WASHINGTON — When they wrote "Immigration Wars" last year, former Florida Gov. Jeb Bush and Clint Bolick were pushing the boundaries of the GOP's internal policy debate. The book is a tight, effective brief for comprehensive reform, making the case that a humane, orderly immigration system would increase the American stock of human capital, add to economic growth, address declining fertility and affirm our national character. A Republican candidate making those arguments during a primary debate last season would have risked being hooted off the stage.
But it is amazing what a good shellacking will do. In 2004, the Republican candidate lost the Hispanic vote by 9 percentage points; in 2012, by 44 points. Sen. Marco Rubio, R-Fla., as part of the Gang of Eight, subsequently embraced a path to citizenship for millions of undocumented workers. In his book, Bush recommends a path to permanent noncitizen resident status. On publication day, the avant-garde seemed old guard.
"It is really not surprising," Bush told me. "The book was written last year in a certain environment. The goal was to persuade people against immigration reform to be for it. Since that time, eight of 100 senators have moved, and not much in the House. ... When we were working on this, Marco Rubio wasn't for a path to citizenship."
The most instructive elements of these two approaches are where they agree. Both would offer illegal immigrants — after appropriate screenings and penalties — a permanent legal status. Both would also require illegal immigrants to join the line behind legal immigrants seeking citizenship (with Bush requiring them to return to their native countries first).
This is the real conservative sticking point in the current immigration debate. Many Republicans — at least Republican leaders — no longer object to the idea of permanent status, even earned citizenship, for undocumented workers. But they are concerned that a system giving illegal immigrants advantages over those waiting patiently in line will simply re-create current problems down the road. "If there are incentives to come here illegally," Bush tells me, "we'll be the same place we were, five years from now."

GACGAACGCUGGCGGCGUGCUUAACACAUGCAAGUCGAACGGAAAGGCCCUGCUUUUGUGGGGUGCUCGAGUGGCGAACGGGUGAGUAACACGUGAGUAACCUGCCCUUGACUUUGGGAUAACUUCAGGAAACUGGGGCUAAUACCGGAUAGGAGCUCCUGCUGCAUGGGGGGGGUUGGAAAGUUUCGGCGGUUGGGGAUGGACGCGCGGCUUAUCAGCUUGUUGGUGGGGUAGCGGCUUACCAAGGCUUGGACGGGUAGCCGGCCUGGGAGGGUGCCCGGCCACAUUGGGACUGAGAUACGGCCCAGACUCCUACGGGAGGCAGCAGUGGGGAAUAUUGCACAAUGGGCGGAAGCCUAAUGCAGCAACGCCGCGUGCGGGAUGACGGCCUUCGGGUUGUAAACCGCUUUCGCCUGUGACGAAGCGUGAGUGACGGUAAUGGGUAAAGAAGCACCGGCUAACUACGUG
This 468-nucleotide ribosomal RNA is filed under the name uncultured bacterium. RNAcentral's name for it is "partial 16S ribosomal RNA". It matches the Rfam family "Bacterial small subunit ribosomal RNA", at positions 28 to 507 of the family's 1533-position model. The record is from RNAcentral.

Bush has designed his plan to remove those incentives, while making the "regular order" system a more realistic prospect for legal immigrants. This requires "effectively creating a line, which does not currently exist. The line to come in from the Philippines is something like 160 years." So Bush would adopt what he calls a "normal definition of family unification" — narrowed to bringing over only a spouse and minor children instead of including brothers, sisters and older parents — which would "dramatically increase other categories" of legal immigration. "If we don't change the system, coming here illegally will be the only way available."
Bush's primary concern is the incentives of the system, not the details of a path to citizenship. "If there is a way to deal with it that isn't as onerous for people who have come here illegally," he says, "I'm for that. We're writing a book, not a law." Which is the reason that Rubio's ideas are the main starting point for the Republican policy debate. He will help write the law.
Yet Bush is making his own contribution. He calls immigration reform a "gateway issue for those with connection to the immigrant experience. It is an initial test of tone and message." But turning the Hispanic and Asian votes around, he argues, will require a proactive message, setting out "our version of health reform. How we would embrace innovation and dynamism; reform our schools so everyone has the capability to rise. How we deal with poverty that empowers people to pursue lives of purpose, not dependence. We have stopped being the party that offers solutions."
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